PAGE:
Letters for June 25, 2015

• Support ‘Citizens United’ resolution

Support ‘Citizens United’ resolution

I hope we get a 7-0 vote from the county council regarding the resolution addressing the U. S Supreme Court ruling, “Citizens United.”

Arryl Kaneshiro was not comfortable with two sections in the original! He claims he supports the intent and just wants better language. I suggested adopting the language used by the 13states that have already passed amendments on this very issue.

Because we are joining the movement that’s calling for a constitutional convention on this specific issue, we should all have the same language?

The county just needs to support and urge the state’s creation of an amendment stating “corporations should not receive the same constitutional rights as natural persons and that moneyis not speech.” I hope he meant what he said about support this.

Matt Bernabe, Kapaa

Drivers should slow down

Are Kauai Bus drivers required to drive at a safe speed while transporting riders? Safe speed of 55 mph on the highway

and 25 mph or slower through business and residential areas.

It seems like the Kauai Bus drivers are always in a rush going from one stop to the other on the highway. They also speed

through business area, especially on Waioli Road to Port Allen. There are lots of tourists there throughout the day and into the

evening hours.

The way these Kauai Bus drivers, some locals, and tourists drive up and down Waioli Road, it’s an accident or fatality waiting to happen.

Mayor Carvalho, “isn’t it (Waioli Road) a county road?” If so, the speed limit signs isn’t worth a darn! Why isn’t there crosswalks

and speed bumps in that short quarter of a mile four-lane county road that merge into two lanes at the business area? Will someone have to get seriously hurt or die? Or, you just don’tcare?

Howard Tolbe, Eleele

School not necessary on North Shore

This letter is a belated response to the lady who wants a middle school on the North Shore so her children won’t have to get up at 5:30 to 6 a.m. to catch the bus to Kapaa Middle School. This letter also commends the Mahuiki, Maka, Puulei, Haumea, Tai Hook, Olanolan and Hashimoto North Shore families — as well as other North Shore families — for instilling great work ethics in their children.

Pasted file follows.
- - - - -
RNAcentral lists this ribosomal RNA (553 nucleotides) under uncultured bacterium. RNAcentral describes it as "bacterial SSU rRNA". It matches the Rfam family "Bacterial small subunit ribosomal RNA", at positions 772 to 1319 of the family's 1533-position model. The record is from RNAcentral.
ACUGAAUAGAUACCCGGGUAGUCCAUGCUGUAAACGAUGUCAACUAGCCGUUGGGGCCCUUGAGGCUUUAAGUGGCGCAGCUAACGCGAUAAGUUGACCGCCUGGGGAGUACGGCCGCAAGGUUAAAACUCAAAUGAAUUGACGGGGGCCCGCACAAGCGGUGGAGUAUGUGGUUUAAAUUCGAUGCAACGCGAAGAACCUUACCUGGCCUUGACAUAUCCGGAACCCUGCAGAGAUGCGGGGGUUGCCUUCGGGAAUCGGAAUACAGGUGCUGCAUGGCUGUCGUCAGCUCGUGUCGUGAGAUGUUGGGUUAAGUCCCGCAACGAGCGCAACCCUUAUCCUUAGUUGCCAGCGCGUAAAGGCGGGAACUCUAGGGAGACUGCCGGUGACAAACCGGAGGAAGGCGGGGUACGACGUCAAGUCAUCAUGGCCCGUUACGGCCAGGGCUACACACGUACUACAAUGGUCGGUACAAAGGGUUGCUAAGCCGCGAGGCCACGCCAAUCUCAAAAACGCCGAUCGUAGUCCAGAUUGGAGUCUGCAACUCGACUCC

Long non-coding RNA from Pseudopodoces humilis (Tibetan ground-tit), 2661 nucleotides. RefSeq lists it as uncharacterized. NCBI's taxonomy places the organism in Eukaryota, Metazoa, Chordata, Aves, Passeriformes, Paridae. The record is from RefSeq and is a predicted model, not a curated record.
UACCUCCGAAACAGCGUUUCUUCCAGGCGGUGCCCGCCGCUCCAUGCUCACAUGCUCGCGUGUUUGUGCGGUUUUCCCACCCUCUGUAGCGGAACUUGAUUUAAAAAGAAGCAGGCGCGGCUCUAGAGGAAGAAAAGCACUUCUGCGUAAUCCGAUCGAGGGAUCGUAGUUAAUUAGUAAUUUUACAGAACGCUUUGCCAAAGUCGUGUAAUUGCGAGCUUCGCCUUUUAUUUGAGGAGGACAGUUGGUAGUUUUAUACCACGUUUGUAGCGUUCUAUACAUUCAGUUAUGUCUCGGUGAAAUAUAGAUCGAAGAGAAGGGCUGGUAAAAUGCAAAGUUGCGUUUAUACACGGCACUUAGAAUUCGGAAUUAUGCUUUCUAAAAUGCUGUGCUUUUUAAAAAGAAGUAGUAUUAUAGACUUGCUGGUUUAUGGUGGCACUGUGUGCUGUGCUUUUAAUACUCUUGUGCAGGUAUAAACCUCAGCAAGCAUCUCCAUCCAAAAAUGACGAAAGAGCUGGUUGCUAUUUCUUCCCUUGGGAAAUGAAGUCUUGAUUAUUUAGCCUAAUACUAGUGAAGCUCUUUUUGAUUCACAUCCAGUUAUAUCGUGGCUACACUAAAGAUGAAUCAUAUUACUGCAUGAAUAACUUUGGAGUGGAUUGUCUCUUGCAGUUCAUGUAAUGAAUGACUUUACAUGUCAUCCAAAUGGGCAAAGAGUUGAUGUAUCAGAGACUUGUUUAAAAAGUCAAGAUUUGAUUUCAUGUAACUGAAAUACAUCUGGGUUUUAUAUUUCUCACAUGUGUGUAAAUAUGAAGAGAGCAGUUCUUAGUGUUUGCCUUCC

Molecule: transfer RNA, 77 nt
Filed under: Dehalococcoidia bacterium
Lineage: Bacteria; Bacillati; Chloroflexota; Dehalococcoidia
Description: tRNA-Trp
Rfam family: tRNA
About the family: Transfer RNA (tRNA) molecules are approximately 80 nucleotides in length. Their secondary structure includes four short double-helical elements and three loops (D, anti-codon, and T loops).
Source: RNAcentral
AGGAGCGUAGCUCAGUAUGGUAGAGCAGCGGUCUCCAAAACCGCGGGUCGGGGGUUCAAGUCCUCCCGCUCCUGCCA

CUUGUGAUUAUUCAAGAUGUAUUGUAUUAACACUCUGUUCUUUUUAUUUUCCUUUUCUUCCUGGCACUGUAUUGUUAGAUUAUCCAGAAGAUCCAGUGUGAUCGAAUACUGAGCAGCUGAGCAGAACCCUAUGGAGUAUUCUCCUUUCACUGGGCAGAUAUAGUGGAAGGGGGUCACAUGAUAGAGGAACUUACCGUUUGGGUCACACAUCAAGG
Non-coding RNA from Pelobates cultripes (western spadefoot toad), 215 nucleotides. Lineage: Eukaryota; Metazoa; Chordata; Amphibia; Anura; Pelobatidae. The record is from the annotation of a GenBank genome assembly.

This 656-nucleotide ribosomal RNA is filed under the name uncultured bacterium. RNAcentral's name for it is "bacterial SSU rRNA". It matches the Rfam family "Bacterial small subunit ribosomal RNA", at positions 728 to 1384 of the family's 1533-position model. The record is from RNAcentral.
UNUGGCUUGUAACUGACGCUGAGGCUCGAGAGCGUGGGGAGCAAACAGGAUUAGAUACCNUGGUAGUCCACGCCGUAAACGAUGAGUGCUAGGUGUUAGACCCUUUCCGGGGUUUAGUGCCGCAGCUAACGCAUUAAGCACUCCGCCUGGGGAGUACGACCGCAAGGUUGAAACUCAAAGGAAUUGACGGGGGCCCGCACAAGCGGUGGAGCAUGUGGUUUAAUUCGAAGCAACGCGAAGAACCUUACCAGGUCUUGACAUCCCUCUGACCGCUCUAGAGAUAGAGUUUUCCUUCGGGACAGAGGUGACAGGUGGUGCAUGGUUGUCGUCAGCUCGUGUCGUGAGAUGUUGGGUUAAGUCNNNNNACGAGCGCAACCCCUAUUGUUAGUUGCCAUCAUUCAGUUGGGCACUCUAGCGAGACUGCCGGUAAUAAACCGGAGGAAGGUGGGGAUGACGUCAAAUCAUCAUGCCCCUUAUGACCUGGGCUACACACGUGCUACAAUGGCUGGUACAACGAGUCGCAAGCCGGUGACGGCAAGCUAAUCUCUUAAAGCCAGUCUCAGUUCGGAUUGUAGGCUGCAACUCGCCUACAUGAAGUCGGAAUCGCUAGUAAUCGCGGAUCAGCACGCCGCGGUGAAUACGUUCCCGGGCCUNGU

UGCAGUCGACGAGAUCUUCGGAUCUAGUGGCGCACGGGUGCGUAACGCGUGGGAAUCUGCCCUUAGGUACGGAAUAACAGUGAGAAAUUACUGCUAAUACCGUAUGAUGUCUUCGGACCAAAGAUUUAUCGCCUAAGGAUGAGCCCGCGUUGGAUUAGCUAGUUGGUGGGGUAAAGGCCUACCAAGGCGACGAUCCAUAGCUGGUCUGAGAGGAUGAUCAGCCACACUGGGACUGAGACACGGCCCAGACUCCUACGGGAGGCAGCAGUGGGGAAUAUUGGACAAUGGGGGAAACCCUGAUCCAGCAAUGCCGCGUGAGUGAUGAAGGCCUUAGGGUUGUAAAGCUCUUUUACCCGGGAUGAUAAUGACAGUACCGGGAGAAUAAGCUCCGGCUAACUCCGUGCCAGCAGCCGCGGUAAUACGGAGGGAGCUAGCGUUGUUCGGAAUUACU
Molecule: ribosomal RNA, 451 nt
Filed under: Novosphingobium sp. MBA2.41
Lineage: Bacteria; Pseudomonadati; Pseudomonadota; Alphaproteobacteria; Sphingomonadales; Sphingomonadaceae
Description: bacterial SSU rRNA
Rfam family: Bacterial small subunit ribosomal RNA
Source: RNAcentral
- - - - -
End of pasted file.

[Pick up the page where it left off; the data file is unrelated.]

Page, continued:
I taught at Kapaa High School for 29 years (1971-2000). During that time I did not hear one complaint from North Shore students or parents about getting up early to catch the school bus, nor anything more about the long ride to and from Kapaa. My thanks went to the aunties, uncles, tutus and other ohana members for driving children on the way to or from work.

One of the reasons that this issue of complaint about distance and transit time did not surface in the past is that the hard-working families had inherited the work ethic of rising early and working late.

Why should the State Department of Education spend scarce monies to build a new North Shore Middle School for a small number of resident children who now spend hours riding to and from school? The parents who object to the current situation might consider investigating optional schooling for their children such as Internet school programs, homeschooling, charter schools located in closer proximity, or GED preparation later, at the high school level.

One of the drawbacks (favorable aspects?) of moving to the beautiful North Shore is isolation, whether from town and services, medical or otherwise, shopping — and school beyond the elementary level. All of these factors, no doubt, were considered prior to a move to Kauai’s North Shore. (A move also usually insures that two more cars will add to the traffic flow and existing traffic jam problems.)

On this request for a new middle school, I hope the “early bird” gets the worm before the “squeaky wheel” gets the oil.

Also, on a separate subject, contrary to some North Shore opinions expressed via this forum, I think albizia trees growing beside roadways should be cut down now — before a storm knocks them down and really isolates the North Shore by stopping all transit for a protracted time.

Delano H. Kawahara, Retired science teacher, Wailua


Your email address will not be published. Required fields are marked *


By participating in online discussions you acknowledge that you have agreed to the TERMS OF SERVICE. An insightful discussion of ideas and viewpoints is encouraged, but comments must be civil and in good taste, with no personal attacks. If your comments are inappropriate, you may be banned from posting. To report comments that you believe do not follow our guidelines, send us an email.